Your seventh-grade English teacher told you never to split an infinitive: no adverb between “to” and a verb.
Never mind that the Starship Enterprise sought to boldly go where no man had gone before: You, an ordinary kid, had to obey the laws of grammar and physics alike.
No one ever explained that the split-infinitive ban originated with medieval grammarians who wanted English to be more like Latin or Old French.
That medieval origin is one reason today’s style guides have relaxed the rule. In 1983, for example, the Chicago Manual of Style declared the nation’s citizens free to split infinitives to make a sentence clearer. Some judges are also on board. One federal judge has even cited the world’s most famous split infinitive, reversing an earlier opinion “[r]ather than to boldly go where no court within the Second Circuit has gone before.”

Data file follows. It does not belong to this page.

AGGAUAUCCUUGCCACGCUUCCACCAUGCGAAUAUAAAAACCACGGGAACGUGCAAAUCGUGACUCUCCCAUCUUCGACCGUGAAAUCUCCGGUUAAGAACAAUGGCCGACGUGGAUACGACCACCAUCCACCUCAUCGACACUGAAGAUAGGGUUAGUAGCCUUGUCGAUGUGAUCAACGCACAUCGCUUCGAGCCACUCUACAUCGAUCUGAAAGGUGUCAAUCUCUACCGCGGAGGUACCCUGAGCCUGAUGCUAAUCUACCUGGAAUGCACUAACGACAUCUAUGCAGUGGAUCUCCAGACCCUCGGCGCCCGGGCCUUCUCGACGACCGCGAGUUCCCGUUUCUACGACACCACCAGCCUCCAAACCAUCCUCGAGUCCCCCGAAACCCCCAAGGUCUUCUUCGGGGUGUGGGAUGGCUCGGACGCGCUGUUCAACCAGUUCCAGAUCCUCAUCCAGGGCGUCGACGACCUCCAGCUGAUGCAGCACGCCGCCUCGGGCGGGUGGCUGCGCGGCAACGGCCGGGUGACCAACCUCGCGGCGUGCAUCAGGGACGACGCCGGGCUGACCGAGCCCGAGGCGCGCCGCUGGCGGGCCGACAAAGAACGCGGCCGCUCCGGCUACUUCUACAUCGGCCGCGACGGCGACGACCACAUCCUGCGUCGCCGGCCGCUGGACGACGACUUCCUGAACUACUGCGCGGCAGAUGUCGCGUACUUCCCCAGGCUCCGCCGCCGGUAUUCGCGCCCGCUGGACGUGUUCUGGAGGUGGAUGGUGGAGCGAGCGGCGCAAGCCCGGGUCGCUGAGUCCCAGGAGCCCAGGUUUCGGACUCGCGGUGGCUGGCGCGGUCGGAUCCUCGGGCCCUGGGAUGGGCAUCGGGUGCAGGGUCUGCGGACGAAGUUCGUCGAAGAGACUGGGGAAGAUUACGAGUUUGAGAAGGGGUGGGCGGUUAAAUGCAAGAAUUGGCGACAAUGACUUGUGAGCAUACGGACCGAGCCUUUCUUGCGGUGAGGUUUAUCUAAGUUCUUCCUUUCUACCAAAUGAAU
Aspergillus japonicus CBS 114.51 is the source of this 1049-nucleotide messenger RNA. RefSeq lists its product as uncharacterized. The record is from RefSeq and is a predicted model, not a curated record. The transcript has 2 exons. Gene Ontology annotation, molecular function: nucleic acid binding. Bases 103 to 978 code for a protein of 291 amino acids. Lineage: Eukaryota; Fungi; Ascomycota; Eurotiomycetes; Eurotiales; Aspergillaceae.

With these authorities in tow, you could choose to avoid such vague constructions as “he agreed promptly to settle the lawsuit once he received our offer.” Which did he do fast: the agreeing or the settling?
But don’t be too quick to taunt the traditionalists by changing this sentence to “he agreed to promptly settle the lawsuit.” Our profession attracts at least as many linguistic purists as Star Trek-quoting visionaries.
Those purists will be happy to redline your to promptly settle. After all, in legal circles, the appearance of a grammatical error can be worse than a real one: By splitting an infinitive, you may win the clarity battle but lose the persuasion war.
If you’re still willing to gently rock the boat, let me give you some ballast for the pro-splitting side:
- First, ask why litigators typically write “plaintiff failed to properly allege damages” rather than “plaintiff failed properly to allege damages.”
- Second, ask your anti-splitting colleagues to un-split this one: “We expect the stock price to more than double this quarter.”
Give up? Don’t feel bad: Some splits are just meant to be.